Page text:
by Evan Filion
I first discovered my love for plant identification and analysis in the summer of 2018 at the Bucknell University Farm. I was tasked with surveying and identifying all the different floral species we had growing in the abandoned old-fields soon to be put to cultivation. When I started the job, my new study site held the visual, feel, and smell of any other common field I had ever put my mind to characterize. Yet, as I began to peer deeper into the grassy canopy, some fascinating new members of the community presented themselves with small, colorful flowers and interesting leaf forms. I had never before considered the total biodiversity within a community of this sort, especially one given the common courtesy of being mowed annually to keep its reaches confined to such an out-of-sight region.
While sampling in the field, I had to determine whether or not I had come across a different species to catalog based merely on a quick glance at the plant exterior. Little did I know at that point of the amazing secrets each species holds for the trained eye, from the morphology of its flowers to microscopic hairs on leaves and stems to miniscule lobes present on different leaves. I was coached along by members of our botany faculty, without whom I would never have been able to understand the anatomical concepts and terms vital to my taxonomic analysis. Immediately after learning about the diversity of grass flowers or the compound character of aster inflorescences, I could not help myself but to pull apart every uncut spikelet on the campus quad or to use a hand-lens on each daisy or coneflower in the decorative flower beds. Although I may not have always brought along the master dichotomous key on my analytical escapades, I still found great joy in picking out the near microscopic differences I could see in each species.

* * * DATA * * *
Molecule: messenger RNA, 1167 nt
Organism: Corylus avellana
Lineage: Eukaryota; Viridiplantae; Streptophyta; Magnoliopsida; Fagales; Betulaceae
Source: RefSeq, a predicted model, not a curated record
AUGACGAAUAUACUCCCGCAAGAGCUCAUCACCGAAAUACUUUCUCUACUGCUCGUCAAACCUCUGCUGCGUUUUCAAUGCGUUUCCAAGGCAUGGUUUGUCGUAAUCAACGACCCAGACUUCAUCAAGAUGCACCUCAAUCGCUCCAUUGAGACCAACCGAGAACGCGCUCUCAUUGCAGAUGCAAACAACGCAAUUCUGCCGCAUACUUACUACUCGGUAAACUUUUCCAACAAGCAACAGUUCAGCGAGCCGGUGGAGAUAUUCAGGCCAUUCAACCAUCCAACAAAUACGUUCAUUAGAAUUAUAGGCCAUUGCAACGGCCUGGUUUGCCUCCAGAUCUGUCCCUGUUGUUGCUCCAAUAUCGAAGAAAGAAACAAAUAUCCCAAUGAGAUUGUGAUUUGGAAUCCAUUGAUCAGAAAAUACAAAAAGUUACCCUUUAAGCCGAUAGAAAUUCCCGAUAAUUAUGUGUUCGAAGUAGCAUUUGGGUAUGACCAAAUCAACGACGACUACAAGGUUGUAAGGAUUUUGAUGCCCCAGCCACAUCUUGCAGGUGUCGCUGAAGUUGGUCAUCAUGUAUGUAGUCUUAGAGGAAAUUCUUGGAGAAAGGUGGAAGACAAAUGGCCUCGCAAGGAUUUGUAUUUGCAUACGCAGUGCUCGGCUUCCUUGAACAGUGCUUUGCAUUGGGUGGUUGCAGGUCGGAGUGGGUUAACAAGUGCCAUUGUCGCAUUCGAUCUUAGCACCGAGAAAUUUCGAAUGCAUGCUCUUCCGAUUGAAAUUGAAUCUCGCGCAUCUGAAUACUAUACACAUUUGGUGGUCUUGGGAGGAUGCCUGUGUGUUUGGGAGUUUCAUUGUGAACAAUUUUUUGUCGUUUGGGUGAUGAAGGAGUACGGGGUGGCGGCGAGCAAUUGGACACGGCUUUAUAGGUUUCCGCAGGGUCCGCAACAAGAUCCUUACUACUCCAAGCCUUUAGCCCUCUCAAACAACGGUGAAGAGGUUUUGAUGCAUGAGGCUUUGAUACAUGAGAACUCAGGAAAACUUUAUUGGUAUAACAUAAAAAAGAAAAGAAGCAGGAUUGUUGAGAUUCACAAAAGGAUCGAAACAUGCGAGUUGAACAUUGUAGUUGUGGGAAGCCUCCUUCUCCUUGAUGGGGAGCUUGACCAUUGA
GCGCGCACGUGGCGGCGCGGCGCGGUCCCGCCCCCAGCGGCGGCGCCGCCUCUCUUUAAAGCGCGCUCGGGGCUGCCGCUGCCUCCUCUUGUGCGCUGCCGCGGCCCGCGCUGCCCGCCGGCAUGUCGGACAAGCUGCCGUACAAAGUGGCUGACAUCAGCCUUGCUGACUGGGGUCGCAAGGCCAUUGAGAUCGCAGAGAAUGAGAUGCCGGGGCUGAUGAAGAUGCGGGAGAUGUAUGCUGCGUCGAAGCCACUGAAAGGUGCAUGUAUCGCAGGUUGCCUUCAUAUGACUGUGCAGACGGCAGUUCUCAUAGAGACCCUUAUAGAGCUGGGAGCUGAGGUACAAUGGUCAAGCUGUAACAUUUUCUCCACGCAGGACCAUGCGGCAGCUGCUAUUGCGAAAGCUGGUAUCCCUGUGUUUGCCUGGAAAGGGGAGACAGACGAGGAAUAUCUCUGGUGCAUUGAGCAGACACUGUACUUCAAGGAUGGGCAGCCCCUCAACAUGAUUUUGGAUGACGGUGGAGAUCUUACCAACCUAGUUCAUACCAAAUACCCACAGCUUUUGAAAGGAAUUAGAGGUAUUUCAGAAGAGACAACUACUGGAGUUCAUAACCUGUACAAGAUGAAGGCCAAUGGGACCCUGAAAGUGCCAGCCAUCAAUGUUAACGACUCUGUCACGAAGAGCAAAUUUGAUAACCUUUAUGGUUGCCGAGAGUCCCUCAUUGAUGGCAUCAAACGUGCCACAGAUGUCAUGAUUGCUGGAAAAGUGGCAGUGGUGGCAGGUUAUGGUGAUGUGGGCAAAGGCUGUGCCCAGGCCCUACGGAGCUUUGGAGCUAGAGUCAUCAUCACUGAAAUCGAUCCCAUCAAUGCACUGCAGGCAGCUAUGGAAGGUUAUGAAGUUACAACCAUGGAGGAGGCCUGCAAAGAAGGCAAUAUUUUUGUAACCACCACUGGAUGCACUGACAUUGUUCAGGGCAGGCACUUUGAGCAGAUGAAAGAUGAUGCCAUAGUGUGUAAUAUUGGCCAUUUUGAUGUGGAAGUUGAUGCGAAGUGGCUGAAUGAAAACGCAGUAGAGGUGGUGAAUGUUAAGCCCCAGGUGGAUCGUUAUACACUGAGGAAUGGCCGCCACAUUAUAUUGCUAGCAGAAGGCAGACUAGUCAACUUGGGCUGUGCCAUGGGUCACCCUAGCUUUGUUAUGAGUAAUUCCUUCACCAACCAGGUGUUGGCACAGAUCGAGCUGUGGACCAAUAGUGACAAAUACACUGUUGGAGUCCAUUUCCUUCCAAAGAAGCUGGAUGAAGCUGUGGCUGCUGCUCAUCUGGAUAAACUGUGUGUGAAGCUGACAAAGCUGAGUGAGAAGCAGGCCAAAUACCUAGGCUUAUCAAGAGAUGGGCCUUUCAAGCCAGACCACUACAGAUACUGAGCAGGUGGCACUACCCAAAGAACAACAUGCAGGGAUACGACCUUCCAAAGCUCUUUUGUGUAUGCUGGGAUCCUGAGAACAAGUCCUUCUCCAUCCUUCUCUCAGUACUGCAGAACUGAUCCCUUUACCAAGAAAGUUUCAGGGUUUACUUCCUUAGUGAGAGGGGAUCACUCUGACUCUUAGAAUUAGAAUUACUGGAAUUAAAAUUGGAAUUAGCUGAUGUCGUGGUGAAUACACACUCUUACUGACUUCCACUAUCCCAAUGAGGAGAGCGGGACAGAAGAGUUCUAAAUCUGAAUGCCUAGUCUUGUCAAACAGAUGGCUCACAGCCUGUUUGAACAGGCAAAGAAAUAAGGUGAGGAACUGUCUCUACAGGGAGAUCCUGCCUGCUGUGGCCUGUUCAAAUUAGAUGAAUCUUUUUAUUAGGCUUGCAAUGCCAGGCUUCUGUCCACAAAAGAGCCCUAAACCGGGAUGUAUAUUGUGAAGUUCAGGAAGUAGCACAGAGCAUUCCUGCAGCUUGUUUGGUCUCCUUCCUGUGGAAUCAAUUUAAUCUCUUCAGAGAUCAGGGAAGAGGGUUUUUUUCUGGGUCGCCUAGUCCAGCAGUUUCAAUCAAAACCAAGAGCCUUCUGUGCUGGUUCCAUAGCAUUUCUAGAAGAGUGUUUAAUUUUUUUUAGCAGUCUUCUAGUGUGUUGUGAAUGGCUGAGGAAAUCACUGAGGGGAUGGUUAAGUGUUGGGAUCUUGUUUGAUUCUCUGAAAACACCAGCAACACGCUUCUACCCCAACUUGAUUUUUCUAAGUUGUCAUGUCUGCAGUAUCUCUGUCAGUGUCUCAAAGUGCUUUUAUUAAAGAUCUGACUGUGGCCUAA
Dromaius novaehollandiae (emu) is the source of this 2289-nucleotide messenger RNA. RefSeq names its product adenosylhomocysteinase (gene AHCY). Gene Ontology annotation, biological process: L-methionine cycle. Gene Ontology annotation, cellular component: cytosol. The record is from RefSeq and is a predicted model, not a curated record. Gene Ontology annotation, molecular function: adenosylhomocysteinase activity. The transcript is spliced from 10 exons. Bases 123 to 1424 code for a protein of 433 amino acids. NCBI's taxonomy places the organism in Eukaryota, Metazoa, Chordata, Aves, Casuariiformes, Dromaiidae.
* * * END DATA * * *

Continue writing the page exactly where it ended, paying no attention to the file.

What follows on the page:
After spending countless hours holding grass specimens under the stereoscope and keying-out pressed herb samples, I distinguished at least 37 species within one half-acre plot, most of which I did not even see upon first glance at the field nor know its common name. The biggest takeaway for me from this experience was my new ability to consider the unique members of the whole plant community. I have carried this view into my field botany studies where we look beyond conventional weedy fields into multi-tiered, dynamic ecosystems hosting trees, shrubs, herbs, fungi, and all other life competing and synchronizing with one another. I have discovered the beauty in a name for plants as well as people, and that having the ability to recognize a species in a field of diversity provides a familiarity and appreciation unbeknownst to my prior self. I had never expected that a survey of such a “weedy field” could gift me with a lifelong skill and mindset for appreciating plants as interactive communities and as individual personalities.
Evan Filion is an Environmental Geosciences major at Bucknell University and a participant in Chris Martine's Field Botany class. The students took some time to write up their Plant Love Stories as a reflection of the class. We are sharing their stories. Learn more about the Bucknell Farm here.
Photo credit: Farm fields by Nicholas A. Tonelli on Wikimedia Commons.